Becoming a Tech Product Manager…Without an MBA
Experience is sometimes the best way to truly learn what it takes to succeed.
In an article for Forbes, Rob Versaw, co-founder and head of product at Green SE3D AR and head product adviser at Blockbox, argues that a traditional MBA is not necessary to become a product manager in tech.
“Many MBAs decide that they want to be a product manager,” Versaw writes. “While there is nothing wrong with going through a transformational experience, there are faster and more cost-effective routes to get into and succeed in tech.”
An MBA That’s Focused Too Heavily on Exam Scores
Versaw starts by deconstructing the issues that he finds with the MBA. For one, he says, MBAs are too often evaluated based on their ability to succeed on multiple choice exams, such as the GMAT.
“When I have asked education professionals why multiple choice tests are so popular, I have heard anything from the ease of grading to their representation of the real world,” Versaw writes.
A study done by the Rotman School of Management at the University of Toronto found that the GMAT rarely correlates with employability.
What does? Here are the six most significant factors in order of importance according to Rotman:
- Citizenship from a region of the world
- Years of work experience
- Admissions interview scores for candidates
- Analytical Writing Assessment (AWA) test
- Undergraduate grade point average
- GMAT score
So why exactly is the GMAT so important to business schools? Leigh Gauthier, acting director of MBA Recruitment and Admissions at Rotman, ties it to being easy to use. “When you look at thousands of files, you have to sort on something. So it has become a sorting mechanism that some find helpful.”
For business schools, recruiting a high GMAT score class means moving up in the national ranks too.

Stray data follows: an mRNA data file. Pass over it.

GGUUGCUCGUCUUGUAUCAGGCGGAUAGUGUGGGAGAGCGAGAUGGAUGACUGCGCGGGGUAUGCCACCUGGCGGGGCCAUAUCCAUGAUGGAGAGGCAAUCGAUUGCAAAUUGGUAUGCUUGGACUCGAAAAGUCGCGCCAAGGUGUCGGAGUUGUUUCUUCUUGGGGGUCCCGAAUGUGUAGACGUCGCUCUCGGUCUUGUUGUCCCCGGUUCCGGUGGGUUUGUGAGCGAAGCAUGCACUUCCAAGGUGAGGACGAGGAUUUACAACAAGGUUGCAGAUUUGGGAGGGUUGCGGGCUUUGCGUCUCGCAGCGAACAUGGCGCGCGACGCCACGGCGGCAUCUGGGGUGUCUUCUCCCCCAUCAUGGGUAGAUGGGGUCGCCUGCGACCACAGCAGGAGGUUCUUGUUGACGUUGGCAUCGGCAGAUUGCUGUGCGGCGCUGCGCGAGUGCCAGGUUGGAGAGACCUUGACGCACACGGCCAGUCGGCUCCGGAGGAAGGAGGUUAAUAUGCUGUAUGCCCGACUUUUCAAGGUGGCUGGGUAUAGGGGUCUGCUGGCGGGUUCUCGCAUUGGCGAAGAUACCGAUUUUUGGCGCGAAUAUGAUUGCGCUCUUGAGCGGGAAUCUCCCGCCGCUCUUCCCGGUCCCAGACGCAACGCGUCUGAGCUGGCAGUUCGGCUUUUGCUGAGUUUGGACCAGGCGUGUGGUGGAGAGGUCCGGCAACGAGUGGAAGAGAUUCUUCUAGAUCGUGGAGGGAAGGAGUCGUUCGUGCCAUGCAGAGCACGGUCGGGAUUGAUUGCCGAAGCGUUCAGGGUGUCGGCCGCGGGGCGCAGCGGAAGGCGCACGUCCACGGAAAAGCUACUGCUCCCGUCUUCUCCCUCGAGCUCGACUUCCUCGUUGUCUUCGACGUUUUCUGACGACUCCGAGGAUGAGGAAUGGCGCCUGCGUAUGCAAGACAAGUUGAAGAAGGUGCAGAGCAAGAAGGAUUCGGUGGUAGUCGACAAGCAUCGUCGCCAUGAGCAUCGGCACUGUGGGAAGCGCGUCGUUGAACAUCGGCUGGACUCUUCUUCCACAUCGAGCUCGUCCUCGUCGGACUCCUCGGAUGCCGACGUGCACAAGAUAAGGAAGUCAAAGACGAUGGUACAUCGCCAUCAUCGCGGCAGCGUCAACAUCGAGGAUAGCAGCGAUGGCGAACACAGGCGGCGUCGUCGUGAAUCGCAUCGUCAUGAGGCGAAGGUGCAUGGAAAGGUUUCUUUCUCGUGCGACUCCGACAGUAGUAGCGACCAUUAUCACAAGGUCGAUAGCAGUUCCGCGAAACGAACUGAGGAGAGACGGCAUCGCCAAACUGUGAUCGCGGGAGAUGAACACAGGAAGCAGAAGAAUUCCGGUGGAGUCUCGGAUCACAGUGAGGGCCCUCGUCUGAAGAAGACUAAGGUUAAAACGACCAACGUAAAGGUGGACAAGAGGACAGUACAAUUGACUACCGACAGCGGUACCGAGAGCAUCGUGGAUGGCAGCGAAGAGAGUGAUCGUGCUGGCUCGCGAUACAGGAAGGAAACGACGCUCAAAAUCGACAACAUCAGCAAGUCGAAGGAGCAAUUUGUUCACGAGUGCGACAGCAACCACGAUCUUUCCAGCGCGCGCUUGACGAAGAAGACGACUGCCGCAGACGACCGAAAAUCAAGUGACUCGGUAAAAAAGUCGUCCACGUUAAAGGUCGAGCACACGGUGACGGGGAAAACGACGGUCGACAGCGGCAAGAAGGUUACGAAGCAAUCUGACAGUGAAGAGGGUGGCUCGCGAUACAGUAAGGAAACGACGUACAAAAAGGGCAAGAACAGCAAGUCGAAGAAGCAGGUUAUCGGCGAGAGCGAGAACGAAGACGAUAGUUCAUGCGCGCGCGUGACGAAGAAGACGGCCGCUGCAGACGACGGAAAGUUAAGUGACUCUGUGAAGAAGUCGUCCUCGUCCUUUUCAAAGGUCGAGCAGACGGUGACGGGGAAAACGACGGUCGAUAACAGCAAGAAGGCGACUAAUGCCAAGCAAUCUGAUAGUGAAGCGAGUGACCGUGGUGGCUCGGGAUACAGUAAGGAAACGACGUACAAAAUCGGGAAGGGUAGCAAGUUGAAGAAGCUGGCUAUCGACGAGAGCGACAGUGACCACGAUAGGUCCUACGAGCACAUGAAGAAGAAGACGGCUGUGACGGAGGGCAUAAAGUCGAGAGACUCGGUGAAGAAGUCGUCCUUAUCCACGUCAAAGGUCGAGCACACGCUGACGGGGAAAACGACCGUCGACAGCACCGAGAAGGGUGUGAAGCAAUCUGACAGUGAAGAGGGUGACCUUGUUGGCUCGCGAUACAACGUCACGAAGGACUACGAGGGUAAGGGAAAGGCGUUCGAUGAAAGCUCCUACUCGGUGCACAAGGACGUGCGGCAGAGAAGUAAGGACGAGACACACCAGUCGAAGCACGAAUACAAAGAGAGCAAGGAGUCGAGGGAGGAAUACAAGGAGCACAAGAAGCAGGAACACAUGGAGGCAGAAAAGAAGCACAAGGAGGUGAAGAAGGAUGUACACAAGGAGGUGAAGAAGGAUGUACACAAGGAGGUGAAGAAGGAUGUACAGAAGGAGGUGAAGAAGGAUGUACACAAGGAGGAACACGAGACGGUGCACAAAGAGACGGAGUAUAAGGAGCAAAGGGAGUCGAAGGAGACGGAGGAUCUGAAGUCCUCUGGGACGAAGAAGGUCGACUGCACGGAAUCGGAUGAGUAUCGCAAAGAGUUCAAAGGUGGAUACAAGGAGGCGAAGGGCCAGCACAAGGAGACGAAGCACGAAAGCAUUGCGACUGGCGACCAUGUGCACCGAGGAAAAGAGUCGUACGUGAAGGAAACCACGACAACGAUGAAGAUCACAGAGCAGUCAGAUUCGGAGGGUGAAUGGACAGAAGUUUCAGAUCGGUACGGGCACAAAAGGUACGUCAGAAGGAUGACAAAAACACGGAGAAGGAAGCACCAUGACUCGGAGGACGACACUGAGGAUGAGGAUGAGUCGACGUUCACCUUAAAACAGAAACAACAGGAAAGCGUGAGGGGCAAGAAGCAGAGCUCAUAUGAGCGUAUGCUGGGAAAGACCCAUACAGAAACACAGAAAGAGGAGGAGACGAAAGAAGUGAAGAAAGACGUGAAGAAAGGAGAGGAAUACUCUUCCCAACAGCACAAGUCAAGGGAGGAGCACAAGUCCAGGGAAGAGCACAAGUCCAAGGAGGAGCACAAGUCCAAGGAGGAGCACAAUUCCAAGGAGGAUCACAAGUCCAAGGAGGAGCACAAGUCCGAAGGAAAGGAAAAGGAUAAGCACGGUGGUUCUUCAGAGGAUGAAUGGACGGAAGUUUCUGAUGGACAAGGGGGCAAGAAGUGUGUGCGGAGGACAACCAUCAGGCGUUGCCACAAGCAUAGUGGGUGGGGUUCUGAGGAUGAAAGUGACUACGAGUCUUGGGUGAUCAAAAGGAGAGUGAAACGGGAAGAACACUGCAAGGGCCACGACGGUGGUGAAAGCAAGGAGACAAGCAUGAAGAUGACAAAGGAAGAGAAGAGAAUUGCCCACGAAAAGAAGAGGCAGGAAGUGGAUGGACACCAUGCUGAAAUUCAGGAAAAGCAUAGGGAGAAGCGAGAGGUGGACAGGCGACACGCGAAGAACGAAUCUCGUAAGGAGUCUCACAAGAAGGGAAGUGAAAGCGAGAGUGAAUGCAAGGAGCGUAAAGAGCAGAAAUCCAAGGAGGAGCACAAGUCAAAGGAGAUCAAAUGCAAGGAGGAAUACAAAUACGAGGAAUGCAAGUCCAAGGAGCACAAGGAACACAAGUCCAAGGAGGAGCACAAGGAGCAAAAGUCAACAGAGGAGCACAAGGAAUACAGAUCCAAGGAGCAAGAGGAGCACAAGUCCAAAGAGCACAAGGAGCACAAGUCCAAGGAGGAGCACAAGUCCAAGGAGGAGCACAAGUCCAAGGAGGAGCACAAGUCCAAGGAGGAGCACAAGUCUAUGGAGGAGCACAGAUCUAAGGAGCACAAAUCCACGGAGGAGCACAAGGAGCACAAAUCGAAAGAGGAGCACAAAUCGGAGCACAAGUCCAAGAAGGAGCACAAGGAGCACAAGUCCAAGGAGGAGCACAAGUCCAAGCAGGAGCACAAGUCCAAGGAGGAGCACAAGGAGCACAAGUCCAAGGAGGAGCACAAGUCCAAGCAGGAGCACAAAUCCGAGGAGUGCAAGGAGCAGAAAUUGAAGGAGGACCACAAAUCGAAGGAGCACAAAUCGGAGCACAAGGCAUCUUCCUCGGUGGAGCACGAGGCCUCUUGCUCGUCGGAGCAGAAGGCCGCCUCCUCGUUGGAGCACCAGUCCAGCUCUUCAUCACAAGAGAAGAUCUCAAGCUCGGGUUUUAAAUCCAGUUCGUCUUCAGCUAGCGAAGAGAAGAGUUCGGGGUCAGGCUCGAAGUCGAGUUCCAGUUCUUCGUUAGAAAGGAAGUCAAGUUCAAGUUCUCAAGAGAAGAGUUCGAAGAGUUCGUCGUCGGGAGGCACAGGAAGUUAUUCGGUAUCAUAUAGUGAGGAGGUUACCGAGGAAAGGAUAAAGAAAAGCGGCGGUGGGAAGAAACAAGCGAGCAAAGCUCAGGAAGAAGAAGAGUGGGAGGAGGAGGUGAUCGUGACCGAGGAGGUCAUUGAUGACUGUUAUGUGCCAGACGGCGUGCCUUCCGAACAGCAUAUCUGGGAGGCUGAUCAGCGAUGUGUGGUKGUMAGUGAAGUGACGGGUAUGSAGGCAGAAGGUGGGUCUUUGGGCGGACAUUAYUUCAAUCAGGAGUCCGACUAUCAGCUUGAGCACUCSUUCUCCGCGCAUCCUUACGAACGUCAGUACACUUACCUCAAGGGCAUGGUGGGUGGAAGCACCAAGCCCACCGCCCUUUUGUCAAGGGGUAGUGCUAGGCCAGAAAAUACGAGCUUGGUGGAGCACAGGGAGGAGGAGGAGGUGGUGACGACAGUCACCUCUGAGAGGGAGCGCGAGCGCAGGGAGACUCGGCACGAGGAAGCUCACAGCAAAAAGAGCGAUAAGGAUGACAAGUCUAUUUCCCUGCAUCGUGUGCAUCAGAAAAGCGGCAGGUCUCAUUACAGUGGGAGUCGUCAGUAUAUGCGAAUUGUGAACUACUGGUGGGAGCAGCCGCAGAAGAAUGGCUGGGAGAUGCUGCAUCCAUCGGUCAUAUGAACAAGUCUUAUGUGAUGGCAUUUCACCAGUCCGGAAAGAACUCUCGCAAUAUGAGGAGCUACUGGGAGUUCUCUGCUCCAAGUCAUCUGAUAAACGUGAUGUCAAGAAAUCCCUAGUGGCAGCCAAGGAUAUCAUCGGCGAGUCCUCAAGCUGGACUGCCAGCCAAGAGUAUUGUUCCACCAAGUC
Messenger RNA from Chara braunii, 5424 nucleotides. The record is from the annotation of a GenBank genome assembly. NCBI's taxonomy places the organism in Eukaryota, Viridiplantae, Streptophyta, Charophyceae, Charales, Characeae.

“U.S. News has changed incentives so perversely that the market is blindly chasing GMATs without even knowing why it is doing so,” Kevin Frey, managing director of Rotman’s full-time MBA program, says. “It’s unfortunate. But if schools want to spend all their scholarship and effort recruiting a high GMAT class, we are going to cheer them on because based on our hard numbers, the GMAT does not predict the team that wins the employment game down the road.”
Learn by Doing
Versaw argues that there are much more efficient and cost-effective ways of getting into and succeeding in tech.
He cites his own experience as one that can motivate students to learn by doing. Since starting his own company, Versaw has developed real product management skills such as product ownership, communications, and now – pitching to VCs.
“There are any number of articles out there on how to recruit for or find product management roles,” Versaw says. “The important characteristics of product management boil down to communication, analytical horsepower, leadership and collaboration.”
One way to jump straight in and gain experience, Versaw says, is to volunteer or intern. For him, that was having a side job of running the Arizona MileSplit webpage.
“Granted, I worked 35 or more hours a week in what amounted to a pro bono situation, but the experience set me up to land a full-time product management role at Vivint, one of America’s most innovative companies,” Versaw writes. “I would not have been able to land this role without learning customer empathy at MileSplit.”
Take Advantage of Online Resources
Today, students can benefit greatly from online learning – especially for technical skills. Through platforms like Coursera, students can partake in courses from software product management to java programming – all at an affordable cost.
“Some of the best engineers I know do not hold a bachelor’s degree,” Versaw writes. “Not having a formal education is not equivalent to being unlearned.”